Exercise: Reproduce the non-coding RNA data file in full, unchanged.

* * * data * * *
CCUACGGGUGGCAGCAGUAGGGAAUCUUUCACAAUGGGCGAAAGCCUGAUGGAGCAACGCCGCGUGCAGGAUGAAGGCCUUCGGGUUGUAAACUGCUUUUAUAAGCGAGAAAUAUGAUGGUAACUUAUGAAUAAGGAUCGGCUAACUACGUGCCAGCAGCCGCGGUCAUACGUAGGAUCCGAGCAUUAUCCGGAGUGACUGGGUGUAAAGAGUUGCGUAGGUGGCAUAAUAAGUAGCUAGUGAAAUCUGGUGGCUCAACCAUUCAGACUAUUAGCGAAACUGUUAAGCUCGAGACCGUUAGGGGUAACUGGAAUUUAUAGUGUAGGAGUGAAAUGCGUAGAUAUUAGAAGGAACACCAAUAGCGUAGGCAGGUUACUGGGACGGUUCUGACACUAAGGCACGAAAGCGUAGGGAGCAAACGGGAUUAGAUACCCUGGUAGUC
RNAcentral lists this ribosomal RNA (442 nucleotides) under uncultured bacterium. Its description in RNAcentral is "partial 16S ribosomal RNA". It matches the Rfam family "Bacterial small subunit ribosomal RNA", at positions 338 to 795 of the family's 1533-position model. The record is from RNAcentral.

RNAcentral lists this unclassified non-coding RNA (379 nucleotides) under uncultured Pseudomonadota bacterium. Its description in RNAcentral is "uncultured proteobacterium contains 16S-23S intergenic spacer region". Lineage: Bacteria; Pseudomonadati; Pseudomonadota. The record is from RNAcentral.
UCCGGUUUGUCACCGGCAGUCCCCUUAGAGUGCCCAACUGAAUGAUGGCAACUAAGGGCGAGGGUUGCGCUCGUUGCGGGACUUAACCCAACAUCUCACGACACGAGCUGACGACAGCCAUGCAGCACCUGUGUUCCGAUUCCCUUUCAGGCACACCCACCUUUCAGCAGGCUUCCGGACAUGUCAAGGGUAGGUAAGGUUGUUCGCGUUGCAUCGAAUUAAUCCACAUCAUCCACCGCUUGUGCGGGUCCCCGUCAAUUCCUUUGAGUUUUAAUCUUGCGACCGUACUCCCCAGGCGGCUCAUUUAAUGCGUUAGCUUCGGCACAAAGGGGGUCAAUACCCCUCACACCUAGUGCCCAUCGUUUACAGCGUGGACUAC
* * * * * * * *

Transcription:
CCUACGGGUGGCAGCAGUAGGGAAUCUUUCACAAUGGGCGAAAGCCUGAUGGAGCAACGCCGCGUGCAGGAUGAAGGCCUUCGGGUUGUAAACUGCUUUUAUAAGCGAGAAAUAUGAUGGUAACUUAUGAAUAAGGAUCGGCUAACUACGUGCCAGCAGCCGCGGUCAUACGUAGGAUCCGAGCAUUAUCCGGAGUGACUGGGUGUAAAGAGUUGCGUAGGUGGCAUAAUAAGUAGCUAGUGAAAUCUGGUGGCUCAACCAUUCAGACUAUUAGCGAAACUGUUAAGCUCGAGACCGUUAGGGGUAACUGGAAUUUAUAGUGUAGGAGUGAAAUGCGUAGAUAUUAGAAGGAACACCAAUAGCGUAGGCAGGUUACUGGGACGGUUCUGACACUAAGGCACGAAAGCGUAGGGAGCAAACGGGAUUAGAUACCCUGGUAGUC
RNAcentral lists this ribosomal RNA (442 nucleotides) under uncultured bacterium. Its description in RNAcentral is "partial 16S ribosomal RNA". It matches the Rfam family "Bacterial small subunit ribosomal RNA", at positions 338 to 795 of the family's 1533-position model. The record is from RNAcentral.

RNAcentral lists this unclassified non-coding RNA (379 nucleotides) under uncultured Pseudomonadota bacterium. Its description in RNAcentral is "uncultured proteobacterium contains 16S-23S intergenic spacer region". Lineage: Bacteria; Pseudomonadati; Pseudomonadota. The record is from RNAcentral.
UCCGGUUUGUCACCGGCAGUCCCCUUAGAGUGCCCAACUGAAUGAUGGCAACUAAGGGCGAGGGUUGCGCUCGUUGCGGGACUUAACCCAACAUCUCACGACACGAGCUGACGACAGCCAUGCAGCACCUGUGUUCCGAUUCCCUUUCAGGCACACCCACCUUUCAGCAGGCUUCCGGACAUGUCAAGGGUAGGUAAGGUUGUUCGCGUUGCAUCGAAUUAAUCCACAUCAUCCACCGCUUGUGCGGGUCCCCGUCAAUUCCUUUGAGUUUUAAUCUUGCGACCGUACUCCCCAGGCGGCUCAUUUAAUGCGUUAGCUUCGGCACAAAGGGGGUCAAUACCCCUCACACCUAGUGCCCAUCGUUUACAGCGUGGACUAC